Sandra Yi, a reporter with KSLTV in Utah, said Gardner fidgeted even after the barrage of gunfire.
"When he was shot, some of us weren't sure if he had passed away because we could see movement," she said. "He had his fist clenched and we could see his elbow move up and down."
Sheryl Worsley, a reporter with KSL News Radio in Utah, described the moments after the execution as disturbing.
"He moved a little bit and, to some degree, that bothers me," she said. "To some degree that mirrors the last few weeks of his life because he was fighting to stay alive the last few weeks and that seemed to continue on."
Prison officials said Gardner spent his final hours sleeping, reading the spy thriller "Divine Justice," and watching the "Lord of the Rings" film trilogy. He also met with his attorneys and a Mormon bishop. He appeared relaxed. He had fasted after eating his last requested meal -- steak, lobster tail, apple pie, vanilla ice cream and 7-Up -- two days earlier.
"He was at peace," his attorney, Tyler Ayres, told The Salt Lake Tribune. "He even laughed a few times ... and that helped put me at ease."
Outside the prison, members of his family -- some wearing T-shirts displaying his prisoner number, 14873 -- gathered to pay their respects. They were joined by dozens of death penalty protesters. Around the time of the execution, family members cranked up a car stereo playing Lynyrd Skynyrd's "Free Bird."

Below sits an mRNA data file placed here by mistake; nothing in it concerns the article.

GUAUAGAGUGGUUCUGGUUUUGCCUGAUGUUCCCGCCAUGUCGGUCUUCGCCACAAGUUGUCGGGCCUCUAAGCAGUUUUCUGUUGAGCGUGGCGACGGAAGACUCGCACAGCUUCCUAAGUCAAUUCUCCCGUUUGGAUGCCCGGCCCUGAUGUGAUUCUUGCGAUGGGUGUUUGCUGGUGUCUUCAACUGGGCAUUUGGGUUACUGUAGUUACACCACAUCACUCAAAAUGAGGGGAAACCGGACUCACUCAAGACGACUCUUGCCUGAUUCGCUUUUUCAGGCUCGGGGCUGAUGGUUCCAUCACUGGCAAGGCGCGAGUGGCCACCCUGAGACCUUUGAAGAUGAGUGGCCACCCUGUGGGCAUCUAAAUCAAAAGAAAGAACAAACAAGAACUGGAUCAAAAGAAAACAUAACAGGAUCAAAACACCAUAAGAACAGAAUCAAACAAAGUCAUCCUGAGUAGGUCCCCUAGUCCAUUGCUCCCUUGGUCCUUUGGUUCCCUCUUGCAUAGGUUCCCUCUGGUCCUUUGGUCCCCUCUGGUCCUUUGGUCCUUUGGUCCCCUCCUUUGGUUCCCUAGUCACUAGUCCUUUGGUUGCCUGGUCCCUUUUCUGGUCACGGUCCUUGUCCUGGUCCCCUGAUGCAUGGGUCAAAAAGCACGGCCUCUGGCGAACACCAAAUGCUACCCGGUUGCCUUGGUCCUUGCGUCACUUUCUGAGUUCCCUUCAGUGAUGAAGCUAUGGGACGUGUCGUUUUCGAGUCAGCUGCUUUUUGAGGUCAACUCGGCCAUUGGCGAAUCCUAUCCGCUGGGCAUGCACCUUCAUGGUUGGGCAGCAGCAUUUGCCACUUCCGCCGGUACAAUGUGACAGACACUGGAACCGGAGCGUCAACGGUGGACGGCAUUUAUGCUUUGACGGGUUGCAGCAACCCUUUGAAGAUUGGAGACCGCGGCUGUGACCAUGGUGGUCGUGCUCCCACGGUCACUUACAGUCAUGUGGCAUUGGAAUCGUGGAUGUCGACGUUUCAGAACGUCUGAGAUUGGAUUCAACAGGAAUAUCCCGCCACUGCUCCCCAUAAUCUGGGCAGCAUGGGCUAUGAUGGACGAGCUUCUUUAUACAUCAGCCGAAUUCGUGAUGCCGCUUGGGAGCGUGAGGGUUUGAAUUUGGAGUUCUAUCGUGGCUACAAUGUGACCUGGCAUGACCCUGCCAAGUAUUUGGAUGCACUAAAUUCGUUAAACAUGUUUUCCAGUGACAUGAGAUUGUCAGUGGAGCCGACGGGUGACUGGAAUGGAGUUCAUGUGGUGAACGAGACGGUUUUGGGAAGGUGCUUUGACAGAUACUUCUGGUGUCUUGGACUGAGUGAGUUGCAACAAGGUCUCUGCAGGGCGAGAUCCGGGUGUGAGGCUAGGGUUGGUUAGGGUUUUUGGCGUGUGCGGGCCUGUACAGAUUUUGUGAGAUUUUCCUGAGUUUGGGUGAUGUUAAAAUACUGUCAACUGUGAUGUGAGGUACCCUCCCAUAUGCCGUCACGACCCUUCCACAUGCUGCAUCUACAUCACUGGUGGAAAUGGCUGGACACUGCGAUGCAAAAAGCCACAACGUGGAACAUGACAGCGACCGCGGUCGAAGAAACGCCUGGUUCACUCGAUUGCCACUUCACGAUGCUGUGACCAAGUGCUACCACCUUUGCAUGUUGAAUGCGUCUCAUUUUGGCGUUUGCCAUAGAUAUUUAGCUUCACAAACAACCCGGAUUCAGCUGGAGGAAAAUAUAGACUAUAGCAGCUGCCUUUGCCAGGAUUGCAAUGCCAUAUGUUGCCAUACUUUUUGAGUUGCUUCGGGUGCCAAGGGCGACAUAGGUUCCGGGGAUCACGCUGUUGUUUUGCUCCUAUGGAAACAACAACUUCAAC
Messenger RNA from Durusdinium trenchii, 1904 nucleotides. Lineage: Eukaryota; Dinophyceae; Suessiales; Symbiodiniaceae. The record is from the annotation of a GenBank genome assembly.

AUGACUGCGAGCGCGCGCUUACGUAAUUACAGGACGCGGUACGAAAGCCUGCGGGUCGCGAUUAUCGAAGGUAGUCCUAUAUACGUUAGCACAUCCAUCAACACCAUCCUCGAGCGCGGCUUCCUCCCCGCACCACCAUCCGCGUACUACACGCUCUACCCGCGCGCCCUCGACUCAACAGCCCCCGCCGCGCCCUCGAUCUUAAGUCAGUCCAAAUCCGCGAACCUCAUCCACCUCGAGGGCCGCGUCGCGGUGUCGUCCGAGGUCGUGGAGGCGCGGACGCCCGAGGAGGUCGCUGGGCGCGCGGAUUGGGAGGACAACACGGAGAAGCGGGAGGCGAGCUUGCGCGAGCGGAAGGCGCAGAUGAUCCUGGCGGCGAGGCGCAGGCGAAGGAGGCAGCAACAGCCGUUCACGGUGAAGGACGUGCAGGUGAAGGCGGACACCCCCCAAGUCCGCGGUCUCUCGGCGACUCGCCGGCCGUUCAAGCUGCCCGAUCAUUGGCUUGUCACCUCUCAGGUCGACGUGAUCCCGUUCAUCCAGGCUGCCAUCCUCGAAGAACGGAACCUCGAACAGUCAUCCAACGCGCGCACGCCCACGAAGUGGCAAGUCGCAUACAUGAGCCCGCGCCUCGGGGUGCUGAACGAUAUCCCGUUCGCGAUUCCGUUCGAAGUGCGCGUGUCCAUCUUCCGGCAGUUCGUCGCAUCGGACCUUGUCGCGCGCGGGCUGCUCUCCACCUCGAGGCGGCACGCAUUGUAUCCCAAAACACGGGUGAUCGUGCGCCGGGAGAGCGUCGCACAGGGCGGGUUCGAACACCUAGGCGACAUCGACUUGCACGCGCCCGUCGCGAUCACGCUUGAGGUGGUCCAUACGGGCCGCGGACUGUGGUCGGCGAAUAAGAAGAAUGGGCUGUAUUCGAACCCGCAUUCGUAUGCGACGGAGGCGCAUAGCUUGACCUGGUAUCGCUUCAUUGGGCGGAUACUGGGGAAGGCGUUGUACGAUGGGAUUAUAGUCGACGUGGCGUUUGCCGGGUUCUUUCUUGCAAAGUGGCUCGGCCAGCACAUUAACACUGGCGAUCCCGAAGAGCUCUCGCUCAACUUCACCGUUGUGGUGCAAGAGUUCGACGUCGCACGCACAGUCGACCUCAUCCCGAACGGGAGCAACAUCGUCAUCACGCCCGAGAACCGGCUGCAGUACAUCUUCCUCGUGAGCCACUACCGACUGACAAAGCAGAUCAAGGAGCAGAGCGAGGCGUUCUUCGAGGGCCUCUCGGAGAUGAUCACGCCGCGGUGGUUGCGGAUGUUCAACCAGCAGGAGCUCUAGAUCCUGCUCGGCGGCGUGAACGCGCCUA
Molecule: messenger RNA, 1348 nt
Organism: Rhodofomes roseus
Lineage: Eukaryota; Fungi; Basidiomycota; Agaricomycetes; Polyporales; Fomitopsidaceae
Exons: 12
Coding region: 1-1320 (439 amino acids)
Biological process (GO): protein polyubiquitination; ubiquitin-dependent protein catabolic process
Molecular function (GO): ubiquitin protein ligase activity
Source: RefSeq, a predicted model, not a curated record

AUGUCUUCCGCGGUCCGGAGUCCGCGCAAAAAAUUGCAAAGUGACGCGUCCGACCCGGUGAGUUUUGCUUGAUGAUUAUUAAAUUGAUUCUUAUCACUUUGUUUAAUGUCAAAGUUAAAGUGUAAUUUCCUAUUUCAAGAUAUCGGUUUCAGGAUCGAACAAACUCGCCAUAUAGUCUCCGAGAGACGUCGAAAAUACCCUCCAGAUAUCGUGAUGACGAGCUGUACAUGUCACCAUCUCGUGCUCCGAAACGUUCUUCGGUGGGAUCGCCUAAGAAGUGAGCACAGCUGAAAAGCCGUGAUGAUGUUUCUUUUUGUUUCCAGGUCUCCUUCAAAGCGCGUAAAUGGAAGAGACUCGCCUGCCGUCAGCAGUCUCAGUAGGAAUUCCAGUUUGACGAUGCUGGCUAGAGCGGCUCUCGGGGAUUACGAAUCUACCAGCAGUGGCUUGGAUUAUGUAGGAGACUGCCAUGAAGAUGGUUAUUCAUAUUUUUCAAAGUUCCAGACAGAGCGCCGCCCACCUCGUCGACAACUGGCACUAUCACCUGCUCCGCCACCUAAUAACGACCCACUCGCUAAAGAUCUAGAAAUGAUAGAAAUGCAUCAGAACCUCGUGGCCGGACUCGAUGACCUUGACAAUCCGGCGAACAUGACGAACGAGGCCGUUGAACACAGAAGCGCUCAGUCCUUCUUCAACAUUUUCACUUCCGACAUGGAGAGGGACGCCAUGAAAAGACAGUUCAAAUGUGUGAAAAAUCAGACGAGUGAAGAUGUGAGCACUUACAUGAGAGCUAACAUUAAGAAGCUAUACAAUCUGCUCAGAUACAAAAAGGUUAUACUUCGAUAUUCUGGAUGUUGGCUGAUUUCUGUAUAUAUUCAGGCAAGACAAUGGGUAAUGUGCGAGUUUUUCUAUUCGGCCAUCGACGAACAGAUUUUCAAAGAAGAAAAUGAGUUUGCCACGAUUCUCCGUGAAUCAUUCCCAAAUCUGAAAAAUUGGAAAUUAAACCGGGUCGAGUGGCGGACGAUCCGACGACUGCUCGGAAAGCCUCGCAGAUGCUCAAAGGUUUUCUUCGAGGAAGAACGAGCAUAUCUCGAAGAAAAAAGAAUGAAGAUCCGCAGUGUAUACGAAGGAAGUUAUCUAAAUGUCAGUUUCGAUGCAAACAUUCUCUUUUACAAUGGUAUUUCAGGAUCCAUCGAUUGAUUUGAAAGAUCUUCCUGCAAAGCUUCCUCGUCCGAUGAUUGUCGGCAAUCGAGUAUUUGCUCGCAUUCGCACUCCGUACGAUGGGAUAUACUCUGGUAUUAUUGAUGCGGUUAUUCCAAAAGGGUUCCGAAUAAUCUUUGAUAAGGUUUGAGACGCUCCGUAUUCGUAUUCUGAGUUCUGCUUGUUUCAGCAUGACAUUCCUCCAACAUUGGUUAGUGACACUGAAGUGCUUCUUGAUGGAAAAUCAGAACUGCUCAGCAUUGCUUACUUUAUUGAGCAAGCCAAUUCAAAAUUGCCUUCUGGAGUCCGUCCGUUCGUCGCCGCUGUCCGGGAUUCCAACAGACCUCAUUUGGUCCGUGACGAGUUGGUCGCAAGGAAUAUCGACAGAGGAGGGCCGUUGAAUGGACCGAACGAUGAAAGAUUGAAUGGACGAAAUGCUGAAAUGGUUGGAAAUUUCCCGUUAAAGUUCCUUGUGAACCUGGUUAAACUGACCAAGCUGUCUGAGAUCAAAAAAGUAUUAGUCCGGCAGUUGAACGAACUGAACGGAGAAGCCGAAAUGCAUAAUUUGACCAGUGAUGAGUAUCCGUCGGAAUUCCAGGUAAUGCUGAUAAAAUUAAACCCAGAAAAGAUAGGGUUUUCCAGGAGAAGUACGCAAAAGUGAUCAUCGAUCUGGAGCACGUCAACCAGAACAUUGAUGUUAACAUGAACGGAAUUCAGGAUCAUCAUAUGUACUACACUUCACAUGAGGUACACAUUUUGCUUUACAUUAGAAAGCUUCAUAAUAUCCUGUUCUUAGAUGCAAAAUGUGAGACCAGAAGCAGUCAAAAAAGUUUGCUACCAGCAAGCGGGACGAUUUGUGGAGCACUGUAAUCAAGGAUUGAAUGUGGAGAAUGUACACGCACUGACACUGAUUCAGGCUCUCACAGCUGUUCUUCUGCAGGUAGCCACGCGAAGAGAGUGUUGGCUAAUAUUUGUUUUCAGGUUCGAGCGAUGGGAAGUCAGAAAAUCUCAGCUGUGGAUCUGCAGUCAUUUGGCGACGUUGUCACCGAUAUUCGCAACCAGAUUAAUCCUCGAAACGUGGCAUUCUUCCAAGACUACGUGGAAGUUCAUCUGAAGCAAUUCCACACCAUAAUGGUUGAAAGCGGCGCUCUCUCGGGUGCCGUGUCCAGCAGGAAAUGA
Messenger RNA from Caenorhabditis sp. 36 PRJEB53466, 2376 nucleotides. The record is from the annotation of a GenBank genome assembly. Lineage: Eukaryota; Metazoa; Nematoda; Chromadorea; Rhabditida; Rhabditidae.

"He didn't want nobody to see him get shot," said Gardner's brother, Randy Gardner. "I would have liked to be there for him. I love him to death. He's my little brother."
To the end, Gardner's attorneys argued the jury that sentenced him to death in 1985 heard no mitigating evidence that might have spared him with a life sentence. They described him as a disturbed man whose life was marked by early drug addiction, physical and sexual abuse and possible brain damage.
"I had a very explosive temper," Gardner admitted in court.
After a reprieve was denied by Gov. Gary Herbert late Thursday, Gardner became the third person to die before a firing squad in Utah or anywhere else in the nation since the death penalty was reinstated in 1976.
It had been 14 years since rifles last were fired in a state execution.
"Upon careful review, there is nothing in the materials provided this morning that has not already been considered and decided by the Board of Pardons and Parole or numerous courts," Herbert said in a statement.
Utah is the last state that still conducts executions by firing squad.
The simple mechanics of an old-fashioned execution by firing squad are cold blooded, efficient and have just a hint of consideration for the person living his last moments.
Gardner's final procession toward this moment began earlier this week. He was moved at 9 p.m. Wednesday from his 6-by-12-foot cell on death row to a death watch cell near the execution chamber. Prison guards monitored him round-the-clock.
Execution by firing squads date back as far as firearms themselves, but they are rare in the United States. Utah has used firing squads in 41 of its 50 executions in the last 160 years.